Building the First Global Index of Companies that Empower Women
For the first seven years, the Pax World Global Women’s Equality Fund, was an actively managed fund that focused on investing in companies with more women in leadership. This meant that in selecting stocks the portfolio manager also considered other factors such as price/earnings ratio, return on equity, earnings growth, free cash flow, and so forth. However, Pax’s senior leaders became concerned that the other factors besides gender played a role “and obscured and perhaps neutralized the contribution that the gender factor was making to fund performance.”
The company eventually concluded that their investment thesis, that companies that advance and empower women are positioned to deliver stronger financial performance over time, couldn’t be proven through such an actively managed portfolio approach. “The investment thesis really called for a broader index-based strategy where the universe of stocks is distinguished, vis-a-vis the market as whole, by its gender leadership.”
Keefe says the only issue was that a global index that focused on companies with women in senior leadership positions did not yet exist. So in June 2014, Pax set out to build such an index, which is comprised of the top 25% of companies (approximately 400 companies) within the MSCI World Index based on representation by women in senior management and on their boards, and then investing in those companies, “In building the Index, and in launching the Pax Global Women’s Leadership Index Fund, we were now able to do an apples-to-apples comparison to the market as a whole, and to measure the advantages and capture the returns associated with gender diverse leadership.”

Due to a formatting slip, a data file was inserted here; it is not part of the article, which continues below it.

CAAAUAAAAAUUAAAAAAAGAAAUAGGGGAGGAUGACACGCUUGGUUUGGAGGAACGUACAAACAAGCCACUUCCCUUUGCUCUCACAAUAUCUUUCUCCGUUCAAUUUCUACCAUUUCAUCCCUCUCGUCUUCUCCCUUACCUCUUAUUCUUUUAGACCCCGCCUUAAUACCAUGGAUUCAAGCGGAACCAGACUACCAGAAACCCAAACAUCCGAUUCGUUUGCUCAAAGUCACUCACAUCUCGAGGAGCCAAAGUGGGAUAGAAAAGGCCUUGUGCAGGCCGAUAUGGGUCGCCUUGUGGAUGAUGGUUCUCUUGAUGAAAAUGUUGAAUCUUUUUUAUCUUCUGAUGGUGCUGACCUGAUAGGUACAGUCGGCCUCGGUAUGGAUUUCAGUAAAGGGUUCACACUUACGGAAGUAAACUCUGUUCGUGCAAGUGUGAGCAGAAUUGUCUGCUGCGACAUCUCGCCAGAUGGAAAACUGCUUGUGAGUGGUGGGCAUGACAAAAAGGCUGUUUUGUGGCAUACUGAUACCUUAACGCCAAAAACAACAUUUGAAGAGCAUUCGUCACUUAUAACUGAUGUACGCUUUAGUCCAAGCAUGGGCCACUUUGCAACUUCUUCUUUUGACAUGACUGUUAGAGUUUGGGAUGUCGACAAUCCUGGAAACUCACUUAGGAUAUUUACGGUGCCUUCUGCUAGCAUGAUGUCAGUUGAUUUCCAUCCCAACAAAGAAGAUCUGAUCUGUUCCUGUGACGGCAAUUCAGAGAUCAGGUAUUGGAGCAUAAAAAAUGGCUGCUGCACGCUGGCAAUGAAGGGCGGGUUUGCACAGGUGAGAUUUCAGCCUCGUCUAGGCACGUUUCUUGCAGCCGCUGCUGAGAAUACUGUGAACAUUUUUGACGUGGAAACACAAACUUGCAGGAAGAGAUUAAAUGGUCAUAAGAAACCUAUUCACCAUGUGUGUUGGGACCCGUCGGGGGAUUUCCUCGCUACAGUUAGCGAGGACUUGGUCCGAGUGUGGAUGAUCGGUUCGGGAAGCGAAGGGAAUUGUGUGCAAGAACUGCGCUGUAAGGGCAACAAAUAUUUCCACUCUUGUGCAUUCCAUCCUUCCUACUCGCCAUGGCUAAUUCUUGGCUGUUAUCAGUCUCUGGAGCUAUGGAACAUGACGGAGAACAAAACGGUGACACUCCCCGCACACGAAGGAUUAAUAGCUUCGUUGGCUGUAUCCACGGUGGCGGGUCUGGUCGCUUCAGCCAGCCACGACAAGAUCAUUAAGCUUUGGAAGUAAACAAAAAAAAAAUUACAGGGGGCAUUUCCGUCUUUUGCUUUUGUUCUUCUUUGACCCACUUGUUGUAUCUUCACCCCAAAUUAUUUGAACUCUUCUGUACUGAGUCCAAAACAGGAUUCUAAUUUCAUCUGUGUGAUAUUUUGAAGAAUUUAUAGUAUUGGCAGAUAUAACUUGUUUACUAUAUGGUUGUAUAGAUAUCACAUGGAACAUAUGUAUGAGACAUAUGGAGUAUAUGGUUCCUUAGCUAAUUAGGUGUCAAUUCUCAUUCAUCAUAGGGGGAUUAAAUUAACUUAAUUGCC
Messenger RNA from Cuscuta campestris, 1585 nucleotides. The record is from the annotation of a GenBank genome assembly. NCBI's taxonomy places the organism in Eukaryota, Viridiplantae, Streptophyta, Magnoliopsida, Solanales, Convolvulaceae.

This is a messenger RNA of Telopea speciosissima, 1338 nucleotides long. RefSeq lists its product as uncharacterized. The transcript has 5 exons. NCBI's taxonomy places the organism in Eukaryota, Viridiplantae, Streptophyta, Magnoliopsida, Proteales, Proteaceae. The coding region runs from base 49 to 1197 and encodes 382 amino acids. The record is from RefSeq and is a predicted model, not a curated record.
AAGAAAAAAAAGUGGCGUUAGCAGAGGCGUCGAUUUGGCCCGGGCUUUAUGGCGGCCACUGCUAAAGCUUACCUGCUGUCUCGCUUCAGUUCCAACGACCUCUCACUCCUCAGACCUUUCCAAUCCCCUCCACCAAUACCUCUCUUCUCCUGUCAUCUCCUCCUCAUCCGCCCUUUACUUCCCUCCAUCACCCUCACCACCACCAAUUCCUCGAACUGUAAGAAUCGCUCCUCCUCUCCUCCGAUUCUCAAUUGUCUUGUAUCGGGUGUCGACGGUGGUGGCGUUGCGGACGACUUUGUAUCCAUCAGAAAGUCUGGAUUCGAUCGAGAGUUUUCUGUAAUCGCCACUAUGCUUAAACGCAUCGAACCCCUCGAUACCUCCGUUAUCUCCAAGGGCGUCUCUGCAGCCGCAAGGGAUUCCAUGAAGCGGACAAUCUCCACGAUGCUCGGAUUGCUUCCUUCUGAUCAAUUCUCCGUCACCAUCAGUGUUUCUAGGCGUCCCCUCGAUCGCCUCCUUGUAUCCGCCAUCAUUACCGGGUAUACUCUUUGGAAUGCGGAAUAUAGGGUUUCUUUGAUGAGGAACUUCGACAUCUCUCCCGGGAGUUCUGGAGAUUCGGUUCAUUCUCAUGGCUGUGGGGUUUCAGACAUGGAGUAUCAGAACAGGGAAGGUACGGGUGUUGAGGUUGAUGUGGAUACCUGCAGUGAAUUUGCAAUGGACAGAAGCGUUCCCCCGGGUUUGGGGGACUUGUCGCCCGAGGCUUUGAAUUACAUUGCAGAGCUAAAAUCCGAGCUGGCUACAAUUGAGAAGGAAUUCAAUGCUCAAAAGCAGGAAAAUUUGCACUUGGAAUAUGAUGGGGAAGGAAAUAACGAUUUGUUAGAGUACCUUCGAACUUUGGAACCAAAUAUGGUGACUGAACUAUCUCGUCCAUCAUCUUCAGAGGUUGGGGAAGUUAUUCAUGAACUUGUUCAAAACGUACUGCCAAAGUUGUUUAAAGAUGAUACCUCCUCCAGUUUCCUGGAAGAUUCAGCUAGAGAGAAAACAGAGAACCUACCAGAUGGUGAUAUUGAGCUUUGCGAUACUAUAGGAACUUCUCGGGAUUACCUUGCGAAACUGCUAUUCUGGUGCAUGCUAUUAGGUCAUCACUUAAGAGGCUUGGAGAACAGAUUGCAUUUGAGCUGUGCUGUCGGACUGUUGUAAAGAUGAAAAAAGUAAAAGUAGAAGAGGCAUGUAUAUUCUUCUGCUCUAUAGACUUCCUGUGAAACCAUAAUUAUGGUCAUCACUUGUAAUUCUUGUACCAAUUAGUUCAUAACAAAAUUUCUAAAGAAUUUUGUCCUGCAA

Once the index was launched, the fund’s focus on companies with the most women in senior leadership became even more pronounced by overweighting the gender diversity factor within an Index that already consists of leaders in in gender diversity. The new investment approach seems to have paid off. Since the change, the fund has outperformed the market for the last five years and is in the top 25% of funds in its category, getting a four-star rating on Morningstar. “It proves in real time with real money that companies with women in senior leadership positions actually perform better,” says Keefe.
Beyond Pax’s investments in companies with women in leadership positions, the company looks to influence corporate policies and behavior, “We’re an actively engaged shareholder. Across our funds, we vote against all male board slates and we generally will not support a full board slate unless it includes at least two women [the average size corporate board has nine members]. Since 2010, we have voted against over 1,100 board slates due to insufficient gender diversity. In 2011, we launched a “Say No to All-Male Boards” campaign encouraging [our] investors to join us in this effort.” Keefe points a significant win in 2016 when they filed a shareholder resolution with Apple. “asking the company to do a study and disclose their gender pay ratio. And Apple agreed to do that.”
Investing in the #MeToo Movement
As the #MeToo movement gains strength, and women all over the world are fighting to be treated with dignity and for equality in the workplace and beyond, Keefe believes that investors can be part of the solution, “By investing in companies that advance women, we can make a difference. That difference will be felt over time across a range of issues, from reducing the gender pay gap to reducing sexual harassment and violence, to advancing equality and opportunity,” he says.
The assumption that investors really can make a difference is ultimately what is fueling not only the growth of this fund but also the growth of sustainable investing, more broadly. Keefe’s work to build a company that’s focused on investing in women has similarities with other social movements. The famed community organizers in the civil rights movement looked to level the playing field in our society by bringing like-minded people together and creating collective strength. In today’s world where companies are legally treated as people and control much of the influence in our society, Keefe shares the same purpose as these leaders. Except he is building community in a different way–by connecting companies of shared values and capturing their voice in the form of investment, and giving them collectively the power to actually make an impact.